Saturday, May 25, 2019

Personal Debt

Americans have accumulated $4 trillion dollars of personal debt. This much debt is a dangerous trend. There is no evidence that personal debt will decrease. Student loan debt, alone, is $1.5 trillion dollars. This debt is akin to home mortgages because they often require lifetime payments. Credit card debt is more than a trillion dollars. This is maybe the worst debt of them all.

We have to look at each type of debt independently. Housing and college debt are, at least, an investment in the future. A home can often be sold for more than its purchase price. Student debt often leads to higher incomes in he future. This doesn't mean either are always good choices. If you buy a house larger than you can truly afford, odds are good that you will, someday, face foreclosure. If you borrow $100,000 for a women's study degree, chances are you will end up working in fast food. No matter the type of debt, we must make wise choices.

My mom grew up poor and she was terrified of any type of debt. She passed that fear onto me, but I still fell into the debt trap. I got into the habit of buying on credit at the local mom and pop store. This was common in the area. They didn't charge any interest. When you got paid, you go there to cash your check and they clear your your tab. Stores did this because it was a way to gain more customers.

One day I handed them my paycheck and received only $10 back. On top of that, I owed a friend $20 because I had run short that week. I had to borrow from the friend again that week because $10 wouldn't buy gas that week for my to drive to work. That is when my mother's preaching in my early life hit home. That day I swore to break the the debt trend. It took a few months of penny pinching to end buying on credit and borrowing from friends.

This is why Americans have so much credit card debt. Once you fall into the trap of living on debt, it's hard to climb out. Sure, there are times when there is an illness or other unexpected expenses where you have to use a credit card, but there are still other choices. You can always take out a personal loan at a bank—preferably a credit union because those are non-profits with cheaper rates. I'm in my 60's and never owned a credit card. This doesn't mean I've lived debt free, it just means I've used smart debt.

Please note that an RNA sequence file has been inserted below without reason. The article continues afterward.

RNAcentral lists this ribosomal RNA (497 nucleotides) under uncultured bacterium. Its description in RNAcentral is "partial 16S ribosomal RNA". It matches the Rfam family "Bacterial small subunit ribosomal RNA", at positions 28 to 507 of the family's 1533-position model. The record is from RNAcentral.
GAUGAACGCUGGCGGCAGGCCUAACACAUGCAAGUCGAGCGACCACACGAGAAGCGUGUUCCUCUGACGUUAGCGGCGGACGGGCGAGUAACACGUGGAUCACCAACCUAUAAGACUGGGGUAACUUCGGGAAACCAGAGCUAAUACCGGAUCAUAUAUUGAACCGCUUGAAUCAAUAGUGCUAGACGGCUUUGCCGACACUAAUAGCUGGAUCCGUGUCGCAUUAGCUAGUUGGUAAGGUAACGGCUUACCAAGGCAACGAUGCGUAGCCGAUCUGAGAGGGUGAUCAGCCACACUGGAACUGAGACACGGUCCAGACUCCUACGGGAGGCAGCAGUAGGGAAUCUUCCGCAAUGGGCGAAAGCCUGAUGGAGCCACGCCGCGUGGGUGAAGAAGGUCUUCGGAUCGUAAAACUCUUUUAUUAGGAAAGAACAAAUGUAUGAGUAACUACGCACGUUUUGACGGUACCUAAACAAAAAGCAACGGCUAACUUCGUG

I have friends who are excited to tell me about their new television or computer. I ask them how much it cost. They excitedly say, “I don't know, but the payment is only $25 a week.” I never have the heart to tell them they are paying double the regular price. Recently, I talked about poor people spending $1000 for a phone. A guy laughed at me and said a smartphone is only $25. He truly believed he got a smartphone for that price. Sure, you can buy a phone for $300 dollars, but those aren't the ones I see people using. That's what my 4 year old phone cost (I got the phone for free because I was forced to switch carriers.). The phone before that one was $700, but I used it for 10 years.

Right now the left is promoting a strike against McDonald's restaurants so workers can make a minimum of $15 an hour. Everyone knows a forced increase of wages will mean less people being employed. The push for the strike appears to be part of the living wage movement, but the politicians promoting this don't really care about the workers, it's just an election time ploy.